The world is too big for love to be real. There are too many people in the world to ever know, beyond everything, that you are with the right person. That your heart is as swollen as it can be. Think of all the people in China. It is unlikely anyone will ever meet all of them. How can we know for certain, that trapped inside a foreign language and thumping in a foreign heart there isn’t a love that is meant for us. The infinite possibility of existence, its limitless potential, is the proof that we need that love is nothing more than an imagination, a human folly, friendship swollen with self-importance, a final retreat from the storm of possibility. The love of our life could so easily have been someone else. It is random and accidental, haphazard and unsystematic. That which we feel for one person, clinging on to the delusion of destiny, could so easily be felt for a million people should the timing and the meetings and the mutual readiness have coalesced at some other time in some other place. Should someone else have accepted us or rejected us then everything would have been different. And once we know this, we know that all love is a lie. Not honesty but deception. Not heroism but cowardice. An unspoken agreement of mutual consolidation and compromise, a shield from possibility and a bed in which to sleep, nothing more than that.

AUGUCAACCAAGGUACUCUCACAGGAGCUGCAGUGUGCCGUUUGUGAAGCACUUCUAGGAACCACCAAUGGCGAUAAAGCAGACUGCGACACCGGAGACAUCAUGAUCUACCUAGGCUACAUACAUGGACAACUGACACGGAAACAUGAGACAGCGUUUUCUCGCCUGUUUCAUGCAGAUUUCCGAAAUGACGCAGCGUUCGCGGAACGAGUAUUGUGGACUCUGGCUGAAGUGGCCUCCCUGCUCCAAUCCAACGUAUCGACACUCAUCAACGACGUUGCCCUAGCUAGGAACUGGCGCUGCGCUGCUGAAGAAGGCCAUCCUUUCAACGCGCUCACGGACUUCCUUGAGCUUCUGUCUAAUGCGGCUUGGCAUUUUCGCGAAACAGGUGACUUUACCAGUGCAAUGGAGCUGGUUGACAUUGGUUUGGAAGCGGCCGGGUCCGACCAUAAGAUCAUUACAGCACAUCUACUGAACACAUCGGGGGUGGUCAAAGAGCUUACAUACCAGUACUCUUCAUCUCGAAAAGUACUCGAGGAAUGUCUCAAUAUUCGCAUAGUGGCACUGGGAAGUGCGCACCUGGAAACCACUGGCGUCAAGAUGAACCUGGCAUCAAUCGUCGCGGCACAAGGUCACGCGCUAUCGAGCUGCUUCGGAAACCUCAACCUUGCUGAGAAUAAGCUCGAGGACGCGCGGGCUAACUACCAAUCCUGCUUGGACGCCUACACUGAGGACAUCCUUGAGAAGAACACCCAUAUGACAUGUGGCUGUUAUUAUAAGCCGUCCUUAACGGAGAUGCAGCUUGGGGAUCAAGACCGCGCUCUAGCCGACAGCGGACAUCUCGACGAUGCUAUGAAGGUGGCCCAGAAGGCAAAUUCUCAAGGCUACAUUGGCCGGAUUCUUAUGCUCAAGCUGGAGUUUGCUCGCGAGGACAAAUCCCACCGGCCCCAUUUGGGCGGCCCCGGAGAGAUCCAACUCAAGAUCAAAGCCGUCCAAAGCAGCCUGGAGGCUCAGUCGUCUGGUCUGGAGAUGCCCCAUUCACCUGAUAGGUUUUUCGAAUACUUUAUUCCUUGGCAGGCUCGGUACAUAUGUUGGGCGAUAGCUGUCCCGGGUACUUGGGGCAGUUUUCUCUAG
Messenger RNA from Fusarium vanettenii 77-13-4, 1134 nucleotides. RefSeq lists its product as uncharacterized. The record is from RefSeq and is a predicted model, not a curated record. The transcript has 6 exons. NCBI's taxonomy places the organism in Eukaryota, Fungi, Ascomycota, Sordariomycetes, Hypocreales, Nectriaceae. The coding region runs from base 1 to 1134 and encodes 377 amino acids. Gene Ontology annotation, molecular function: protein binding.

But I do still miss her.
”—The World is Too Big by Daniel Kitson (via colporteur)
“But what do I care? Don’t lies eventually lead to the truth? And don’t all my stories, true or false, tend towards the same conclusion? Don’t they all have the same meaning? So what does it matter whether they are true or false if, in both cases, they are significant of what I have been and of what I am? Sometimes it is easier to see clearly into the liar than into the man who tells the truth. Truth, like light, blinds. Falsehood on the contrary, is a beautiful twilight that enhances every object.”—Albert Camus, The Fall (via human-voices)